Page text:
Swift can swoop for

sales success

Suzuki Swift hybrid, 2024, front
Suzuki Swift hybrid, 2024, nose
Suzuki Swift hybrid, 2024, side
Suzuki Swift hybrid, 2024, rear
Suzuki Swift hybrid, 2024, interior
Suzuki Swift hybrid, 2024, boot

THE big guns at small car specialist Suzuki are taking aim at a massive opportunity being presented by the launch of the company's latest Swift hybrid supermini.

Now into its fourth generation, the Swift has been a flag-bearer for the Japanese brand dating back some 40 years.

But many of Suzuki's principal rivals are pulling out of the supermini scene to concentrate on electric vehicles and SUVs.

By Suzuki's reckoning it means that around 28 per cent of buyers, previously owners of cars like the Ford Fiesta, Nissan Micra and Kia Rio, will soon have to look elsewhere for a combustion-engined small car.

These are people who either don't want or don't yet feel ready for a switch to electric - and also happen to love small, economic petrol engines.

There's a huge gap in the market, which is where the new Swift comes in, complete with a new 1.2-litre mild hybrid powerplant, better fuel economy, improved tech and bags of style.

This not to say that Suzuki is taking a step away from its electrification strategy, quite the opposite. In fact the company has pledged to spend some £12.4 billion in battery technology up to 2030.

Its first battery electric vehicle is due to arrive next year and will be followed by five more models in as many years. In the meantime the new Swift is taking centre stage.

Retaining the same compact dimensions as the outgoing model, the newcomer already has some serious numbers that place it ahead of its predecessor and the immediate competition.

Available in a simple two-trim line-up of Motion and Ultra grades, the Swift starts at £18,699 for an entry-level manual model - expected to account for 40 per cent of sales - while specifying Ultra trim adds £1,100 to the tab.

Motion variants with a CVT automatic transmission cost £19,949 and an optional ALLGRIP four-wheel drive will be introduced on Ultra models with manual transmission later this year.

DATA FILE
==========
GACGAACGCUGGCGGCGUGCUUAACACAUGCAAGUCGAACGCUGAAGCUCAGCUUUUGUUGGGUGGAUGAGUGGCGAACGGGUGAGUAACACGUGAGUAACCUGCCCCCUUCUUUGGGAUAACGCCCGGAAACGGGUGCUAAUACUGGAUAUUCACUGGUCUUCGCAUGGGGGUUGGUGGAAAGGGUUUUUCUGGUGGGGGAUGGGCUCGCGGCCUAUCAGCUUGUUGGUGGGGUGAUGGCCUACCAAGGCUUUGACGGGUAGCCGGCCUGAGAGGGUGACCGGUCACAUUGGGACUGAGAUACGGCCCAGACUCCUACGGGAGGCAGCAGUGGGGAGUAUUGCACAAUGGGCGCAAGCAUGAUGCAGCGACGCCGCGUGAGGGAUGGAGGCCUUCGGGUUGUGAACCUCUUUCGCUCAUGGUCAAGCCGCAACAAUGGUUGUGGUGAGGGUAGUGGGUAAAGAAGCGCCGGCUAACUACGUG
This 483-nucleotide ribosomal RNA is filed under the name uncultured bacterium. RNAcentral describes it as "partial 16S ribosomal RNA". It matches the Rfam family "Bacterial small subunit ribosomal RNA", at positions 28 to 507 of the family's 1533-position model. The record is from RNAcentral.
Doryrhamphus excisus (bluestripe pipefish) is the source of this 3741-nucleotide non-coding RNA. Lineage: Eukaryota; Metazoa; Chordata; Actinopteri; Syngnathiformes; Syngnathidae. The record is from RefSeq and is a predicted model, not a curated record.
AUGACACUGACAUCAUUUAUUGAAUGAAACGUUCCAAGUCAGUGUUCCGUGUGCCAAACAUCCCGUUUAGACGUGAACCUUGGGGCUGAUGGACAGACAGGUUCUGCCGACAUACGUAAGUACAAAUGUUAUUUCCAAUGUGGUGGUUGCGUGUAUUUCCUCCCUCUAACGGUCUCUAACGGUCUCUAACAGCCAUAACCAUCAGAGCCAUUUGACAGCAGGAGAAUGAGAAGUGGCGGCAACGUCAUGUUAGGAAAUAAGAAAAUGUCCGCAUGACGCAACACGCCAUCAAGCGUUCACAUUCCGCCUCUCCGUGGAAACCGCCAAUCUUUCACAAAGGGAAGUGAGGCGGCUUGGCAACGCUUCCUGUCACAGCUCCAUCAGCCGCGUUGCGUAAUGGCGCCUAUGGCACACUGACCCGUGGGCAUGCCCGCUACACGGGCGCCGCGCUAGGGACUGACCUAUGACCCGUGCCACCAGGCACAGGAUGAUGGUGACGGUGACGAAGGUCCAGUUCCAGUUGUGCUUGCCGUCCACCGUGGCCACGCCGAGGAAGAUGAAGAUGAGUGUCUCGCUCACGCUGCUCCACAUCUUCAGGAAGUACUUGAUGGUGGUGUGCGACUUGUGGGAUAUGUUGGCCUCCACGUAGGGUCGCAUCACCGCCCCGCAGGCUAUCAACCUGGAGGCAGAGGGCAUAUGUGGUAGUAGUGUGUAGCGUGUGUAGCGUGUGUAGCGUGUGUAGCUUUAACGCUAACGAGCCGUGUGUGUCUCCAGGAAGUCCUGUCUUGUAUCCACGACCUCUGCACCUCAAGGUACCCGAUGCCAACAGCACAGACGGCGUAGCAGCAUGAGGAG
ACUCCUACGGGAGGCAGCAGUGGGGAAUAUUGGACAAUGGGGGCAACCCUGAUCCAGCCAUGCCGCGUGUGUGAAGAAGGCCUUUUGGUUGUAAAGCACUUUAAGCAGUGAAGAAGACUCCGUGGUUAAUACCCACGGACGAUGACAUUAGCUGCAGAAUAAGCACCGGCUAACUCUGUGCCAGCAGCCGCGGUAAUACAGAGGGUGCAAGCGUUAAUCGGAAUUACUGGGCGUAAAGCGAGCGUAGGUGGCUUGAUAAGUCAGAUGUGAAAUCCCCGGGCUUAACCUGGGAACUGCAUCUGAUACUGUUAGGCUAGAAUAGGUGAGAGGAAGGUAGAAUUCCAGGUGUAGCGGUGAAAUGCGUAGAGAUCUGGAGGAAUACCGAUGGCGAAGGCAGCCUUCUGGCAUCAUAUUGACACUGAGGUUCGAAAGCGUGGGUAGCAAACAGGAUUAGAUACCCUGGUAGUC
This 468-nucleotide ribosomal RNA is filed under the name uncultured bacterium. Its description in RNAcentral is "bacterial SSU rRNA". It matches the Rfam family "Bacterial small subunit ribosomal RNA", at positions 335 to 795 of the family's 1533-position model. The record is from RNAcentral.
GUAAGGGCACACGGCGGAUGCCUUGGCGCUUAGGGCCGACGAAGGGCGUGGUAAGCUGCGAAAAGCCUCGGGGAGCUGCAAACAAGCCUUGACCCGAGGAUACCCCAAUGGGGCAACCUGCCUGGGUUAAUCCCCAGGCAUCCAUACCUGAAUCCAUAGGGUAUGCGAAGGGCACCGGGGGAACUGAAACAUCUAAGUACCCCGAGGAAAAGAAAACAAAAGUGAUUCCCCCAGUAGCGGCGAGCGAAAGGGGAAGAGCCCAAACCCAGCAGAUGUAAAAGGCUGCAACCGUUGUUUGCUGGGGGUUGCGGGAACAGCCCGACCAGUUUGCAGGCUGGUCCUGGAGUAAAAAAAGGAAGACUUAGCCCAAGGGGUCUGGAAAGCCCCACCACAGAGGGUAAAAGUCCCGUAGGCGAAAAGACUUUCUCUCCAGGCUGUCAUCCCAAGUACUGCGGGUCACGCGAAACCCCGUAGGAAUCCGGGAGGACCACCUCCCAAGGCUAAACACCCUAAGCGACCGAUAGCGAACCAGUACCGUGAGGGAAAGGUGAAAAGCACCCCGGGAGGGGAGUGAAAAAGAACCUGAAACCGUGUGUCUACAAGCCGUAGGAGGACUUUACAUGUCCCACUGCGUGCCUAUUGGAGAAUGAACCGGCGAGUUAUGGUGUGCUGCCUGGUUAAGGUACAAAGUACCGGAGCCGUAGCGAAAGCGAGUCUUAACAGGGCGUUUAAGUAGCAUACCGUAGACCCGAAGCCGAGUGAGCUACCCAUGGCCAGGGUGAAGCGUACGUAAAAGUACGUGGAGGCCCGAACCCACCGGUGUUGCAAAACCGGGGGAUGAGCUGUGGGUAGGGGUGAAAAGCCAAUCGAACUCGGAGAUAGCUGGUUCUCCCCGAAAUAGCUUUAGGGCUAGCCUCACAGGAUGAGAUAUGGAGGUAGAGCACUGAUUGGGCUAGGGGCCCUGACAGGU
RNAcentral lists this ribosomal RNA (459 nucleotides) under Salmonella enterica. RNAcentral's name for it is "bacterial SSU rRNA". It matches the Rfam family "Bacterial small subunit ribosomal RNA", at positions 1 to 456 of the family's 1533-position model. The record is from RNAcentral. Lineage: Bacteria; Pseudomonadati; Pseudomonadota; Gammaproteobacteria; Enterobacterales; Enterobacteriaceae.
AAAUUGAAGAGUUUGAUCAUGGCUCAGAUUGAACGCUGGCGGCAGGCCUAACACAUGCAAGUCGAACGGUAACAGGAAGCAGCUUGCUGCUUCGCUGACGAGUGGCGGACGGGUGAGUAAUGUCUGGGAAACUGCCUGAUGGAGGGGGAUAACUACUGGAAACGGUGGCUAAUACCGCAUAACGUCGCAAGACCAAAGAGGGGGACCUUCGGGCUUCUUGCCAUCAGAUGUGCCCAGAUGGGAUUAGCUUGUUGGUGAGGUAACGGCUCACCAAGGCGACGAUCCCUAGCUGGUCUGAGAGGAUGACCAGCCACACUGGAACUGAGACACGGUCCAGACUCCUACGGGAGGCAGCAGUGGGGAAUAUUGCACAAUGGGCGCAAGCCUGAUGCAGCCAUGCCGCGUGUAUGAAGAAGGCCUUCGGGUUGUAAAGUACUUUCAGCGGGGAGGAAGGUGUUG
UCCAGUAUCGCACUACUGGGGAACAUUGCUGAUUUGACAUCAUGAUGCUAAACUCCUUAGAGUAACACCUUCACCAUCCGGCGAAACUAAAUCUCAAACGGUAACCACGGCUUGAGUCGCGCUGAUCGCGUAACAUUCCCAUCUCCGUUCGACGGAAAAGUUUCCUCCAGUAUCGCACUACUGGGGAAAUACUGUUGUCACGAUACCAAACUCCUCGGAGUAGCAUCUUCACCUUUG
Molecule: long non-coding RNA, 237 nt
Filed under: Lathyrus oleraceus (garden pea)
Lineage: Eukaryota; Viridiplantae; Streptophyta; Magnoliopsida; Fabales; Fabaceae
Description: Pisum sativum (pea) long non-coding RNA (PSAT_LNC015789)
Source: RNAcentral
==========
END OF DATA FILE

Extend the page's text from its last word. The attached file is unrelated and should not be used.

Interestingly given the increasing swing towards drivers - especially those relatively new to the roads - favouring automatic gearboxes, Suzuki predicts 35 per cent of Swift sales will be CVTs.

Under the bonnet, the three-cylinder mild hybrid unit offers up to eight per cent better fuel efficiency than before with an official Combined return of 64.2mpg and CO2 emissions of 99g/km for the Motion manual. The CVT's fuel figure is 58.8mpg.

With its blacked out pillars, L-shaped signature lamps, piano-black front grille and wide rear bumper design the 2024 Swift certainly has some genuine presence on the road, made all the more striking if you opt for the two-tone effect of a separate roof colour - a £650 option.

Inside, the seats have a more sculpted look, with additional support coming from higher and thicker front seat headrests while a nine-inch infotainment display is standard and the centre controls are angled towards the driver.

Standard kit exceeds that of many rivals' most popular models and includes the likes of 16-inch alloys, sat nav, rear view camera, keyless entry and start, LED headlamps and a wireless smartphone link display audio.

Safety features comprise a blind spot monitor, lane departure warning plus weaving alert, a driver monitoring system, rear cross traffic alert, adaptive cruise control and upgraded brake support.

Out on the road the Swift has long been a fun car to drive with terrific dynamics and our Ultra manual model in Burning Red with contrasting black roof was no exception on the recent launch through the towns and villages of the Cotswolds.

Power is to the front wheels via a five-speed transmission and, as with previous models, it feels well sorted through both sweeping and tight bends.

If there was a criticism of the outgoing model it was that the car could feel a little too light at times, but the latest Swift has a more substantial feel to it - a budget offering with a more premium appeal.

It feels quite lively too, the manual posting figures of 0-62 in 12.5 seconds with a top speed of 103mph. Insurance group is 27.

Suzuki Connect connected services are offered free of charge for three years from the vehicle registration date and a Service Activated Warranty is also offered free after the manufacturer warranty expires and until the car reaches seven years/100,000 miles.

Suzuki sees the arrival of the new Swift as the evolution of an icon and with more than nine million sales across 119 countries in the bag since 2004, it clearly has the formula for success firmly in place.

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